Whenever I've been in the audience of a faculty interview presentation, I left impressed but demoralised. It appears the bar of making it as far as the interview is very high indeed, and I don't know if I'll ever be able to reach a similar level. On the other hand, I know quite some people employed as researchers at national/supernational scientific research laboratories, or at research divisions of operational government institutes. I don't get the same impression there. It seems to me that people who obtain faculty positions are more outstanding than those who obtain scientist positions for governments.
Is my impression correct? Is it less competitive to get employed at research laboratories or government institute research divisions, than it is to get employed as faculty at a university? If yes, why is this so? At a university, faculty spend their time writing grants, teaching, doing administration, and hopefully still a little bit of science. At research labs, the exact division of work probably varies, but involves doing research, developing products, writing reports and papers, perhaps doing consultancy or other work. Unless one loves teaching (I suppose nobody loves grant writing), I'm not sure why a position at a university would be more desirable/competitive than one at a laboratory. Is my impression wrong, or am I missing something?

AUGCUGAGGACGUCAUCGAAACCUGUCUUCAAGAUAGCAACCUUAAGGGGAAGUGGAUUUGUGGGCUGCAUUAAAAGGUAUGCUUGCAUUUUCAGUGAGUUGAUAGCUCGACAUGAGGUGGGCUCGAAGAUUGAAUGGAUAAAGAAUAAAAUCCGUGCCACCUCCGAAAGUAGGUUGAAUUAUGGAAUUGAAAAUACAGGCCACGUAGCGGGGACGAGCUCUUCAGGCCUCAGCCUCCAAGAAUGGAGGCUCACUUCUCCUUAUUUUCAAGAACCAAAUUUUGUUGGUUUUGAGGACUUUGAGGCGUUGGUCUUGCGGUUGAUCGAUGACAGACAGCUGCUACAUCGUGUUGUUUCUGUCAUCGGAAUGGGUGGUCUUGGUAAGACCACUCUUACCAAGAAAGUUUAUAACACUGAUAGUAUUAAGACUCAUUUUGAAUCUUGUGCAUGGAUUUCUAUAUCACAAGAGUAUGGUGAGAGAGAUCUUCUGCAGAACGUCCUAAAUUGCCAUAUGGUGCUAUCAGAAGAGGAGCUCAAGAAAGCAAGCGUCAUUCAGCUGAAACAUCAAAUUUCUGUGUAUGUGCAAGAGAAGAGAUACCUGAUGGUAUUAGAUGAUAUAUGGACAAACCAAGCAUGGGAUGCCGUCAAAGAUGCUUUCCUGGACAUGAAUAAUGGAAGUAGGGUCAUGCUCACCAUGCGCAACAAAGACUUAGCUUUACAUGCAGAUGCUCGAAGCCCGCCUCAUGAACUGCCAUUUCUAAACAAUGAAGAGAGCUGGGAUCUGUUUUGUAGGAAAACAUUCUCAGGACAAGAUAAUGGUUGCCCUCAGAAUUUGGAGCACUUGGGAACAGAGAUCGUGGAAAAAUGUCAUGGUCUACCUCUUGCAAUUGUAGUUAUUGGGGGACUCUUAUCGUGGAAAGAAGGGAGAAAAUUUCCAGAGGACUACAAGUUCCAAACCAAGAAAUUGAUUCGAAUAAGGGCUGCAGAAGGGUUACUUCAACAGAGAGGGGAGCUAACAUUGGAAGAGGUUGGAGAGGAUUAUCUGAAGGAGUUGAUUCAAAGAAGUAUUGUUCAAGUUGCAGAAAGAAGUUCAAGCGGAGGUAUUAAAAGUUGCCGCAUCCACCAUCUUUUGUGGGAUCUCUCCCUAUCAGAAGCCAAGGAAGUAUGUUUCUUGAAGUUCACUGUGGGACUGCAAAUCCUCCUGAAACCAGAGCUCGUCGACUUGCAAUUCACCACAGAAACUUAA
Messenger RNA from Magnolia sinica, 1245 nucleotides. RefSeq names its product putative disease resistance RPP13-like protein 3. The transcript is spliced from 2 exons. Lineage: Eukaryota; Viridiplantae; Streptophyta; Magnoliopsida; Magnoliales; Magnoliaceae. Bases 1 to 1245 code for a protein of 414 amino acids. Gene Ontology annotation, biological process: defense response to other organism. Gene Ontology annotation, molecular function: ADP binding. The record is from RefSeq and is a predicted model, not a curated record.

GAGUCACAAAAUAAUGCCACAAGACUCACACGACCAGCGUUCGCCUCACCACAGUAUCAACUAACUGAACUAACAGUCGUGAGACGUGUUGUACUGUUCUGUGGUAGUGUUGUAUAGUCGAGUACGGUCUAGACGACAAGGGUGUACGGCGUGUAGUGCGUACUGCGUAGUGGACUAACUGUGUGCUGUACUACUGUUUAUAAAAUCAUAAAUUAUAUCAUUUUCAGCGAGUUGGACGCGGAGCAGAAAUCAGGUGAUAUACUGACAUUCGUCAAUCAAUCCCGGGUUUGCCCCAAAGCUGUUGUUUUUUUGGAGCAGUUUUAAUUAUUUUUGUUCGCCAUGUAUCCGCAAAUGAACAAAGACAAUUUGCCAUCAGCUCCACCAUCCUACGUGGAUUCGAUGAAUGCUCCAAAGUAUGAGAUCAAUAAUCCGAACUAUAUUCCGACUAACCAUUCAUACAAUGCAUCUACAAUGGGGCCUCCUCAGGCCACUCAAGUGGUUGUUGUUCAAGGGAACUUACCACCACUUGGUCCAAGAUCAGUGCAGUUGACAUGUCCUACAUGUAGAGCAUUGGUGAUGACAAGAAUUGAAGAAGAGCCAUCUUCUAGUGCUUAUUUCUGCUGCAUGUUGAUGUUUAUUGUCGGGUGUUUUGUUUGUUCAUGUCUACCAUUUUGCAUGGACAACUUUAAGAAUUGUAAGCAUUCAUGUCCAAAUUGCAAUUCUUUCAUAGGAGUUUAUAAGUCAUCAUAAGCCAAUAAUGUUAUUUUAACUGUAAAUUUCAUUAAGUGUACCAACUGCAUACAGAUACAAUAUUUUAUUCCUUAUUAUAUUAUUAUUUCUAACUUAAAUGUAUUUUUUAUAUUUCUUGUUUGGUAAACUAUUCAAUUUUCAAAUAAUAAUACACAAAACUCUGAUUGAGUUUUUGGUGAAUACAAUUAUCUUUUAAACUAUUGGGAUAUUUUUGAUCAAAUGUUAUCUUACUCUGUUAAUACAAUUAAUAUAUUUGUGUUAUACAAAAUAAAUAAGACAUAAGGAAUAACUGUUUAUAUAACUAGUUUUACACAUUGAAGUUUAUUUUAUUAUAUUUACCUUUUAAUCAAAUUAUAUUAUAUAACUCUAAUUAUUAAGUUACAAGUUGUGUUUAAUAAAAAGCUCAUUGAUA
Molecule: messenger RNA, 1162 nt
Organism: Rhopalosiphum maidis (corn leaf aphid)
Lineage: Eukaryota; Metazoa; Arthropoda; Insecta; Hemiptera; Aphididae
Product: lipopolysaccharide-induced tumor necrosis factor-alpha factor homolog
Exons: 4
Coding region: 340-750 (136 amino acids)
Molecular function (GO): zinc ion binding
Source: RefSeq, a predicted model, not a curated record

(I have this impression for at least Sweden, United Kingdom, United States, and Canada.)